CAR: I like cars from the ‘50’s. Cars from the ‘50’s--it’s when I grew up, ‘50’s and ‘60’s, 70’s--a lot of my memories are from that era.

PR: So how did you get involved with doing restorations?

CAR: I got started in cars and restorations just from my family. Four older brothers that liked cars and even my mother and father liked cars. It started then and I’ve been doing it for 35 years.

PR: So did any particular car influence you?

CAR: In 1967, one of my older brothers worked three jobs in high school just to purchase a brand new ‘67 GTO. I remember the day he brought it home. It’s was a beautiful car.

PR: And how many restorations have you personally been involved with?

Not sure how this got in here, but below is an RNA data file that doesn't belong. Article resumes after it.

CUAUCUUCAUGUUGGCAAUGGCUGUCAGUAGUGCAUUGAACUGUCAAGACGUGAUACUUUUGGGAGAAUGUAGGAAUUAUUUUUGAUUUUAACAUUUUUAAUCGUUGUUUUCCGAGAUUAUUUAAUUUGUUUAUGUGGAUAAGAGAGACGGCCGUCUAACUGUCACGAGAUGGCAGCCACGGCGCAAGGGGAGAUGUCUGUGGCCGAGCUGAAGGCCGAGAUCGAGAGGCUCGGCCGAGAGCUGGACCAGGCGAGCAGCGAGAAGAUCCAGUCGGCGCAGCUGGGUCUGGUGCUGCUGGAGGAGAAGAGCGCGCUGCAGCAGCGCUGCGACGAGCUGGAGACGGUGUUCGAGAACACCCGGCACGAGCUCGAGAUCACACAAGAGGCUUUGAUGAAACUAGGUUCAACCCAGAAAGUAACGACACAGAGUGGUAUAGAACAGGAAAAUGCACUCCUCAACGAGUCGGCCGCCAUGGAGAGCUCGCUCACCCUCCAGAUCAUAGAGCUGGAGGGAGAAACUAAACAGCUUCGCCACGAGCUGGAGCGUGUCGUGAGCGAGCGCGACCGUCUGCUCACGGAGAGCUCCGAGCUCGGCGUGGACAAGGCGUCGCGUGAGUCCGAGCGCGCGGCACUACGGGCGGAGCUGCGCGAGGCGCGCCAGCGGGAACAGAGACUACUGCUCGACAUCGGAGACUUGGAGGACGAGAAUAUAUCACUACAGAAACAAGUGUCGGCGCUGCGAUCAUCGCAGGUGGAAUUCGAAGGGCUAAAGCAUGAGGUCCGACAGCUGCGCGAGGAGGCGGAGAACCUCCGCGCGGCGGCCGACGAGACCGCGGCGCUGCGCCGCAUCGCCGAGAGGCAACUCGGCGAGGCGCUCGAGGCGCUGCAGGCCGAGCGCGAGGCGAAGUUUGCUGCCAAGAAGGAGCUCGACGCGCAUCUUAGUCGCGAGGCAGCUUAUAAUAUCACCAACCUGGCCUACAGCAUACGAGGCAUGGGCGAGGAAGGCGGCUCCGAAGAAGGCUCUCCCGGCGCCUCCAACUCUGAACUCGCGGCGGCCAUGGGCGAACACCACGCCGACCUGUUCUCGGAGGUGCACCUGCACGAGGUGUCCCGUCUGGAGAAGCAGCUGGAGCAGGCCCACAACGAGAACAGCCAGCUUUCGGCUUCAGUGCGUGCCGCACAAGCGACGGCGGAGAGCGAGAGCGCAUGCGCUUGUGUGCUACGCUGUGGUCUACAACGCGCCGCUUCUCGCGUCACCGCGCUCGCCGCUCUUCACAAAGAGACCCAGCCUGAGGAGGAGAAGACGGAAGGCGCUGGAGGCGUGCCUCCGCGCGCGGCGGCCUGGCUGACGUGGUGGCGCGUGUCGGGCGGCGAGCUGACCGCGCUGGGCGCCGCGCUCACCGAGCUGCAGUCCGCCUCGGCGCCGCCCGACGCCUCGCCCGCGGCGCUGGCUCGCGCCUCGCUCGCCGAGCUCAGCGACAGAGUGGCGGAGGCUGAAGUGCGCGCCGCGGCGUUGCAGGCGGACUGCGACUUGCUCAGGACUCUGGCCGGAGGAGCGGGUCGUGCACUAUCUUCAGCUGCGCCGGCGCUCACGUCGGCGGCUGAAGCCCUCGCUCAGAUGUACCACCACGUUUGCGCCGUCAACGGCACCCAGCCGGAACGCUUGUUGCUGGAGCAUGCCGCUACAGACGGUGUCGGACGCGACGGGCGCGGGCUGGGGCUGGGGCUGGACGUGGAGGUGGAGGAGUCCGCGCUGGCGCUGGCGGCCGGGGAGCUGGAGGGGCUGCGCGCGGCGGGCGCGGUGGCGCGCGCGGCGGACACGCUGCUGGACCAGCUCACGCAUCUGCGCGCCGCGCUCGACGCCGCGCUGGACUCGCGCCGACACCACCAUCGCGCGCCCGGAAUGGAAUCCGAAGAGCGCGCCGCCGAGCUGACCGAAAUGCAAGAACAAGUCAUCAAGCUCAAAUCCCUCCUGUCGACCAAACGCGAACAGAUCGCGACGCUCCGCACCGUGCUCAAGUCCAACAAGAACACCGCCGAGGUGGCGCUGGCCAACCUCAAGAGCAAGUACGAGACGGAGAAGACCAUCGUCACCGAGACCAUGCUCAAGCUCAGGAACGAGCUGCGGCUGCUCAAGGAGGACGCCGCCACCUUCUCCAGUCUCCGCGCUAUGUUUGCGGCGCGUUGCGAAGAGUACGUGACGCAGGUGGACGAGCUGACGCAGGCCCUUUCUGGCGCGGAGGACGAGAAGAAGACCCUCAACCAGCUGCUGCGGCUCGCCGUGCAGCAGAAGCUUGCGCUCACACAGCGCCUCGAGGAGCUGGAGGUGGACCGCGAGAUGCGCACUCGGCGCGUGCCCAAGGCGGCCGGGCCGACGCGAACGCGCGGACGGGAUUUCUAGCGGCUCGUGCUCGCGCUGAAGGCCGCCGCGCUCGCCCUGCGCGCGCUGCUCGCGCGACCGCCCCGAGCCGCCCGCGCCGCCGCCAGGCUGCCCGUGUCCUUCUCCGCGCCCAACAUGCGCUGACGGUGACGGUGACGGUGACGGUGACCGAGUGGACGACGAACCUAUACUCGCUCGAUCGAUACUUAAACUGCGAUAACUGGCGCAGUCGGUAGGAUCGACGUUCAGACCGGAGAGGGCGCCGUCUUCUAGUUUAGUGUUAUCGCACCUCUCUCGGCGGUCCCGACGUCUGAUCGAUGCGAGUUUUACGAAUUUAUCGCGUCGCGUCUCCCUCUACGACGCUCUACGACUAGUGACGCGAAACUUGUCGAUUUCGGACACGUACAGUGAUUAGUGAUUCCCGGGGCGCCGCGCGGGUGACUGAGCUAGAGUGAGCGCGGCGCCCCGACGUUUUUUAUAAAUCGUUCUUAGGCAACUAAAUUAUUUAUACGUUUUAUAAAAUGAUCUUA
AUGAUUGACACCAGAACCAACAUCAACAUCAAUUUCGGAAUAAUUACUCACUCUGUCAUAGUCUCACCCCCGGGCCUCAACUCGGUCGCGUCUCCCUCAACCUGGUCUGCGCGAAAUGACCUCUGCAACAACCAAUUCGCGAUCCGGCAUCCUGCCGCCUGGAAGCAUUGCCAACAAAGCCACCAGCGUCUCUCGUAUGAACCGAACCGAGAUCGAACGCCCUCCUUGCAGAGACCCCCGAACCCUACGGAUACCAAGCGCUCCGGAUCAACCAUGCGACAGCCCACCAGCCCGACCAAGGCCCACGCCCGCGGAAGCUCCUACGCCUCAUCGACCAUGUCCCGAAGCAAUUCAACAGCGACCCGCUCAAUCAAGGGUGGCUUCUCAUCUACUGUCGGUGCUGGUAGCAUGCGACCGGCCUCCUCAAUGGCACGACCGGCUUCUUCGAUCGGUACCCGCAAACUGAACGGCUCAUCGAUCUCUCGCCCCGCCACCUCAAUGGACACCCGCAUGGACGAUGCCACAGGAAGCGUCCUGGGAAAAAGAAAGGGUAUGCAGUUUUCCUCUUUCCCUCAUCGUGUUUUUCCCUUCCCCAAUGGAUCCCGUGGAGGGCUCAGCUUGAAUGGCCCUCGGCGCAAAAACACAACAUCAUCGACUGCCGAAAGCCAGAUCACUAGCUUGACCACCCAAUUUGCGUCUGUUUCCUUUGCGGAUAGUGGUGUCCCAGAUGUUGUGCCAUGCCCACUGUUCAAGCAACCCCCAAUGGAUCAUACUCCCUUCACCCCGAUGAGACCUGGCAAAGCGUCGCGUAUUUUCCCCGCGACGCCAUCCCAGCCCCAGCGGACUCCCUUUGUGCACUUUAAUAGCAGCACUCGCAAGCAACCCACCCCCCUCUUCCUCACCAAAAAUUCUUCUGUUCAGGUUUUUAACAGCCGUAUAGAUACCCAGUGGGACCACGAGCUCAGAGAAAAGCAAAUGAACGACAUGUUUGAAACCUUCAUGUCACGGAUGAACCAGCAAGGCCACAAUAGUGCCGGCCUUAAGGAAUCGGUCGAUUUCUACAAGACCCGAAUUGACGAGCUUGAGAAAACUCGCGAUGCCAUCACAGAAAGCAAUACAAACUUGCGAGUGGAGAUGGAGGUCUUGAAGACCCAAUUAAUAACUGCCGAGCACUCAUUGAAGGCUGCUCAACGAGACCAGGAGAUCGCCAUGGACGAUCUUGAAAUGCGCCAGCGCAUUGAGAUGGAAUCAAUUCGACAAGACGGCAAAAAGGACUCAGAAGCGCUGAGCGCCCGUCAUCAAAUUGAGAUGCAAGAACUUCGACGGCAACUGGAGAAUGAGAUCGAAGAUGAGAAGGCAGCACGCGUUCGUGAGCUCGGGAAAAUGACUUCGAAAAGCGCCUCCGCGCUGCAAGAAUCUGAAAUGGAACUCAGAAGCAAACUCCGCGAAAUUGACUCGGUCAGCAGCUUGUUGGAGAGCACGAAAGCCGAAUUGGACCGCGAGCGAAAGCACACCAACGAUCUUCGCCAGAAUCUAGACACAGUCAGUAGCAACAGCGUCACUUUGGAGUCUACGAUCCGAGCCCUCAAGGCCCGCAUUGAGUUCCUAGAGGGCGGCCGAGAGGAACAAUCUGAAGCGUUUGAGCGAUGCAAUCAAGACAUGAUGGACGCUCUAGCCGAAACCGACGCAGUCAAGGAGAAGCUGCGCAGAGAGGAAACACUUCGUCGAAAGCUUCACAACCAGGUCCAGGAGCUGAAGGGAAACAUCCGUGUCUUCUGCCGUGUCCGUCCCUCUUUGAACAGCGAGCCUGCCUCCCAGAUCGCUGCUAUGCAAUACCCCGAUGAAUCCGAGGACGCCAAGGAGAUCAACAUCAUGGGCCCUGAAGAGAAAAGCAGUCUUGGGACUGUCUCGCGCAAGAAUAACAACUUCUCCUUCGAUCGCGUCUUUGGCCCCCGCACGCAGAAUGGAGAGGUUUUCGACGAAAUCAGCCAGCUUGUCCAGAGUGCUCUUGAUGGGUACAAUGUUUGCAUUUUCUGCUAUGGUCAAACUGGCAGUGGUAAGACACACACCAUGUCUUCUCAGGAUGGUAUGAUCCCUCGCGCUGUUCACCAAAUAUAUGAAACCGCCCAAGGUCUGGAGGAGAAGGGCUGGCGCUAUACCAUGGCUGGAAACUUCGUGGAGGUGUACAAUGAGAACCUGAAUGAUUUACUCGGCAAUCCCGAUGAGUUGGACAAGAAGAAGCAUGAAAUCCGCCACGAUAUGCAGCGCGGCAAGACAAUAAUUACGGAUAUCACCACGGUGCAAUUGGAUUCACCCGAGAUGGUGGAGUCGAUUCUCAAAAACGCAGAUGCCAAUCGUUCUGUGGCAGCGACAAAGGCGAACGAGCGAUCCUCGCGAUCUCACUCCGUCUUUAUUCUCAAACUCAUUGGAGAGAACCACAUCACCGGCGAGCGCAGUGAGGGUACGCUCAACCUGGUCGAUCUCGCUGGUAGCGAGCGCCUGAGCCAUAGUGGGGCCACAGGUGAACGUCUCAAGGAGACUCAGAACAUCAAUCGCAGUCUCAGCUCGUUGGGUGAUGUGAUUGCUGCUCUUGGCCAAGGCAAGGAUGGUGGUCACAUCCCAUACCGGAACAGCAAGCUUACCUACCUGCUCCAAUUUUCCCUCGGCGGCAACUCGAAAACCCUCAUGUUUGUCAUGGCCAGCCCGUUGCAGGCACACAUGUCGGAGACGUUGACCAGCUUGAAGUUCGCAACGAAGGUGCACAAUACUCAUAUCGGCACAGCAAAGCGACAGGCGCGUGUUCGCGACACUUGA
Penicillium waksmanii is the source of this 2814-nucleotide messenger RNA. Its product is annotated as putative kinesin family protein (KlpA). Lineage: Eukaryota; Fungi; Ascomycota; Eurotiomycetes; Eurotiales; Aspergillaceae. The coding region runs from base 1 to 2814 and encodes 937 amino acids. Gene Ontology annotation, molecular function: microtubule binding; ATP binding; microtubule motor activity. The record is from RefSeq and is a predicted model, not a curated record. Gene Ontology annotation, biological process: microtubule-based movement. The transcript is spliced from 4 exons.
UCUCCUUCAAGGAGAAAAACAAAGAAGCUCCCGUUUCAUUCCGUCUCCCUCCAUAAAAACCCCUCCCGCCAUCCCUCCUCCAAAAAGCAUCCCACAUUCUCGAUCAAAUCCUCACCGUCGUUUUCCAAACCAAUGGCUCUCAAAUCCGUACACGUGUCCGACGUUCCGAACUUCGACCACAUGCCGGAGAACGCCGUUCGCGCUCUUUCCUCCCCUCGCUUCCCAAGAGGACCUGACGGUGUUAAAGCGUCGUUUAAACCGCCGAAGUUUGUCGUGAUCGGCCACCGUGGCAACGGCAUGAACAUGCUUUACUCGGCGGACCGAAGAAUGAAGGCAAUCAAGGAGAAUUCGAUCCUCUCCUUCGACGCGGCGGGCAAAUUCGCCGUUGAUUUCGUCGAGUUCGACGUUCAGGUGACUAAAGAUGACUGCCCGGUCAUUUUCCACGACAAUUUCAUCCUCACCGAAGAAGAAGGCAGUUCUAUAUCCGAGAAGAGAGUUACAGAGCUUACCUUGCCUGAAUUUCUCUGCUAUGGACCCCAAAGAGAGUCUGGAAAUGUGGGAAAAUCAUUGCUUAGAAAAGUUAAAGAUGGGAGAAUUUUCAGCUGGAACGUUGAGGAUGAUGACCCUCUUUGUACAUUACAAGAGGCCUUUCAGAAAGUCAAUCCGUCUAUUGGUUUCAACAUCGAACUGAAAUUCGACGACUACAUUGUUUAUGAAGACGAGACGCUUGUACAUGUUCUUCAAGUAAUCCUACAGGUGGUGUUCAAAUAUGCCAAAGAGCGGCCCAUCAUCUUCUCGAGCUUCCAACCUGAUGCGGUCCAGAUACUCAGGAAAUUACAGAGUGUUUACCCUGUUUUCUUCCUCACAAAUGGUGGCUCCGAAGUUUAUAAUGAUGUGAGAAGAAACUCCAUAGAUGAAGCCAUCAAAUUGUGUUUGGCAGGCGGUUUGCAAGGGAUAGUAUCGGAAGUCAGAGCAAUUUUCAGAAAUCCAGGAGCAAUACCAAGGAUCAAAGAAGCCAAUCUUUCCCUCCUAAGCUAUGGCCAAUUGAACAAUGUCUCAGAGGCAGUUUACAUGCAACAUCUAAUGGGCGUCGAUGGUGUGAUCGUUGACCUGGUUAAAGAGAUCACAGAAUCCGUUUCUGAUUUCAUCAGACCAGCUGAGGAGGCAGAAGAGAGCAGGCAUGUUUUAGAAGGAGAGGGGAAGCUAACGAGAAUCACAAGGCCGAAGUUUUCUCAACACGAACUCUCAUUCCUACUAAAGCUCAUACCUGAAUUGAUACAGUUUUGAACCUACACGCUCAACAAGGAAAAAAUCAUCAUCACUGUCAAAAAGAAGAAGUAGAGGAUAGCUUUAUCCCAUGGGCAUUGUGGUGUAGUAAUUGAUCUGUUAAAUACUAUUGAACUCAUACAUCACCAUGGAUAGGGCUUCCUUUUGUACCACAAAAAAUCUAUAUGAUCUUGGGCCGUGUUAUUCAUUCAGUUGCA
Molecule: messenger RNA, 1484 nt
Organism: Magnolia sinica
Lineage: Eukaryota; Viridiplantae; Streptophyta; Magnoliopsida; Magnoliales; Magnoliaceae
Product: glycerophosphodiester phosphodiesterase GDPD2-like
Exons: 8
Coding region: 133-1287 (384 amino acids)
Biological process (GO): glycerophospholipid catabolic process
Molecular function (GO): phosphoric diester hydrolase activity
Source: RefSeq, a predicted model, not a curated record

CAR: I’ve been involved in over 25 restorations and many other small repairs, engine swaps, transmission changes, and suspension modifications.

PR: Was there any one particular restoration that stood out from all the others?

CAR: A 1940 Coca-Cola Sedan Delivery. This car was originally used by Coca-Cola as a delivery vehicle. It was built by Ford for the Coca-Cola Company. So the paint color had to be exact and just knowing that I was working on a piece of history made it fun to work on.

PR: So how long would you estimate for a complete restoration? What kind of timeline would someone be looking at?

CAR: That depends on the condition of the car that somebody brings us. A lot of people wonder how long it will take. If the car is in decent condition, say it’s been in their family and hasn’t had a lot of abuse, it may only take a year to restore. But again, that’s a frame-off restoration, completely disassembled and reassembled. If they have a car they found in Grandfather’s barn, just a rust heap, that’s going to take longer. It may take a year and a half or two years--also depending upon the kind of car and how available the parts are.